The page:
Tag Archives: children’s books

Book suggestions for Habitat for Humanity Project?

Image result for Habitat for Humanity logo

A library person is looking for book suggestions. A few came in, andI’m adding them below; if you have others to suggest, add them in the comments!

“My library is planning to partner with Habitat for Humanity this summer.  I’d like my family book club to get really involved, so I’m looking for a chapter book for kids (any level above Picture book and under YA is fine).  I’ve racked my brain, Google, and Goodreads to find something pertaining in some way to the importance of a home, house, families who need a second chance, or even building a home – but I haven’t come up with much other than Crenshaw.  Any ideas?  Thanks!”

Continue reading Book suggestions for Habitat for Humanity Project?

Picture book suggestions for kids with disabilities

1 - Flickr - Pratham Books (6)
On a recent library listserve posting, a library person was asking for suggestions for a mom who wanted picture books to read with her daughter who has cerebral palsy and is using a walker. Several people chimed in with suggestions (library people are great at that!); so I thought you could use them in your own libraries, and am sharing them here.  If you have other suggestions, add them to the comments!
Let’s Talk about Extraordinary Friends, by Fred Rogers “How do you get to know someone in a wheelchair? Is it okay to ask questions when you see someone who is different from you?
Written for the child without special needs–the child with the questions–this book opens up a difficult subject to discussion. Mister Rogers challenges the stereotypes that often plague children with special needs and celebrates six children who are extraordinary friends. Share this book with all children–to spark communication, to attack the stigma, to bridge the gap between children with different abilities. Mister Rogers is the perfect person to write a book like this, with respect and the same gentleness that has characterized his television show for decades. “Rogers offers caring support and validation…Books that offer such honest reassurance are rare.”– Publishers Weekly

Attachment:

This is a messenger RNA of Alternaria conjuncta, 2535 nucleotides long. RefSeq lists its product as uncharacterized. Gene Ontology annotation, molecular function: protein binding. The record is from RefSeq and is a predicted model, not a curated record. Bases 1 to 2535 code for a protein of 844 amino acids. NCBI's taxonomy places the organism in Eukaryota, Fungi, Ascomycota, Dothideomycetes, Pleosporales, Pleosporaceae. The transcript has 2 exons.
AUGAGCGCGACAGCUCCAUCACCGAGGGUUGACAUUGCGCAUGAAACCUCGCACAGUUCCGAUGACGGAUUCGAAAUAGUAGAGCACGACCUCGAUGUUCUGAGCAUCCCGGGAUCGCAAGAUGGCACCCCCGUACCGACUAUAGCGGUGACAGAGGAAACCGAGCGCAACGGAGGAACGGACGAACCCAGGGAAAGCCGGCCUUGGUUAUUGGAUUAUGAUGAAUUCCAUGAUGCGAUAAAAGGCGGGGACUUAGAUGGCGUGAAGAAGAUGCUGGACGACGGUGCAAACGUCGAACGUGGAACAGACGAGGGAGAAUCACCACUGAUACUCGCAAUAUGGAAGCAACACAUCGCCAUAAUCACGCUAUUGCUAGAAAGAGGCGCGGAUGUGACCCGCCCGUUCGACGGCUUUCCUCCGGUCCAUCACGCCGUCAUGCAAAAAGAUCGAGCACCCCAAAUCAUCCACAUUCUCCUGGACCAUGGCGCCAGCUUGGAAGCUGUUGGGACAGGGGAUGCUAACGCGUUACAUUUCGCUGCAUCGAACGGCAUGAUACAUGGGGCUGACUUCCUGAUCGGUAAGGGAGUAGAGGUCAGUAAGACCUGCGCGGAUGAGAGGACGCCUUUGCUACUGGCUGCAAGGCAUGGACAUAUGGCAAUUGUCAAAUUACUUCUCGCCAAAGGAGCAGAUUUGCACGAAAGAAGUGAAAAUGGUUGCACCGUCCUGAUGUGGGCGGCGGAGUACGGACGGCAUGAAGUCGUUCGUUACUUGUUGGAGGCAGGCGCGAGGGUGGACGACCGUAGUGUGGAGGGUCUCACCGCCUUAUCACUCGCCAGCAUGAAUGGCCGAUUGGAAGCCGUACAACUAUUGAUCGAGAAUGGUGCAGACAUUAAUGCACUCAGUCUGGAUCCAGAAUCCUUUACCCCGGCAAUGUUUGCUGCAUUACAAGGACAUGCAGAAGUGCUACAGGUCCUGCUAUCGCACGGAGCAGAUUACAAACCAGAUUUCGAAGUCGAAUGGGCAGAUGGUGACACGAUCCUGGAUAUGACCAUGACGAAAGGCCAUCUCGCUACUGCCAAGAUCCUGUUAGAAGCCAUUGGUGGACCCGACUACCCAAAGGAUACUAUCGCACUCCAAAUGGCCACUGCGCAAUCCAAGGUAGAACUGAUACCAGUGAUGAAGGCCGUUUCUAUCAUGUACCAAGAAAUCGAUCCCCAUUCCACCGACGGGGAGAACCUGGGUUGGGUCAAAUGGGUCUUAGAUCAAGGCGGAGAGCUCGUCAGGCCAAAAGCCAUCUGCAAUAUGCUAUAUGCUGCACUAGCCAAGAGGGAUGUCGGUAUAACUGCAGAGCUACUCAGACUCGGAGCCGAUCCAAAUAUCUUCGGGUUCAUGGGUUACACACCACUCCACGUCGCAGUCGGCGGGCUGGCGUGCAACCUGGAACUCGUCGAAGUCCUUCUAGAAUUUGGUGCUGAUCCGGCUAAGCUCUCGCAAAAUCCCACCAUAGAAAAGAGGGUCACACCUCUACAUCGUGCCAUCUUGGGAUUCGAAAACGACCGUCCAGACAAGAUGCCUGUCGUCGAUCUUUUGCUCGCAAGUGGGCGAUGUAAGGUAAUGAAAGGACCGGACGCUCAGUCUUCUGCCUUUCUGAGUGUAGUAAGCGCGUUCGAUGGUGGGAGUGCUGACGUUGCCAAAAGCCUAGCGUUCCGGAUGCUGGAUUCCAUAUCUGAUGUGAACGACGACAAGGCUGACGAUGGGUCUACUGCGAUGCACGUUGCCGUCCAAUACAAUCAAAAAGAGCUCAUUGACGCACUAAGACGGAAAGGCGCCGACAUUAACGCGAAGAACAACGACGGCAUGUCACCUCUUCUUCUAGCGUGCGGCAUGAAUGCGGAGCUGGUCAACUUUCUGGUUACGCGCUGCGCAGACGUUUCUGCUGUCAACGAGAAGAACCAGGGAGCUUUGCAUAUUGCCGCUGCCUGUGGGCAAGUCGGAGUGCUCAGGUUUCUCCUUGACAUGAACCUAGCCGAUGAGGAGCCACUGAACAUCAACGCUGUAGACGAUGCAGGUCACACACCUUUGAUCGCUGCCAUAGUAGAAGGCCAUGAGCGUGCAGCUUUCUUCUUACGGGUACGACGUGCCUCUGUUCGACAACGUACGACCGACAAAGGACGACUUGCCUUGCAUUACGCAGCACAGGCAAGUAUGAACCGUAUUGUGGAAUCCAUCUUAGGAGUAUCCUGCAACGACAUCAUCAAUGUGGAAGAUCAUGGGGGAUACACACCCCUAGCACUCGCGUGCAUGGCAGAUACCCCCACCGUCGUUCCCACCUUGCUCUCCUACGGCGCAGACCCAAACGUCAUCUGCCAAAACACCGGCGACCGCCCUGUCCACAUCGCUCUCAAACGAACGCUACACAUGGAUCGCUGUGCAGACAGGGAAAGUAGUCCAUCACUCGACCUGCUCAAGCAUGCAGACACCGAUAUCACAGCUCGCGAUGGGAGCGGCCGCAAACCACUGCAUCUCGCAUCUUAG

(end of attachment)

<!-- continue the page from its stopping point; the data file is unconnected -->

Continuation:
Continue reading Picture book suggestions for kids with disabilities

Book Suggestions for Autism Acceptance Month

April is Autism Acceptance Month, and a great way to learn more about autism is through reading about the experiences of others.

This list from Read it Forward features six titles with a mixture of fiction and nonfiction. Some of the titles include:

The Curious Incident of the Dog in the Night-Time by Mark Haddon
“This bestselling-novel has seen great success on Broadway after it was adapted for the stage in 2014. Haddon’s fifteen-year-old main character Christopher John Francis Boone knows all of the world’s capitals and prime numbers up to 7,057 but can’t stand to be touched and hates the color yellow. His well-ordered life goes off the rails when his neighbor’s dog is murdered, but Christopher sets off to solve the mystery, using—of course—logic.”

The Reason I Jump by Naoki Higashida
“His unique book truly shines a light on what goes on inside an autistic brain; author Naoki Higashida was thirteen when he painstakingly penned this book—a collection of answers to frequently asked questions about autism, like “Why do people with Autism talk so loudly and weirdly?” and “Why don’t you make eye contact when you speak?” Brought to English translation by David Mitchell (Cloud Atlas, The Bone Clocks) and his wife, this disarmingly honest read is illuminating and beautifully written.”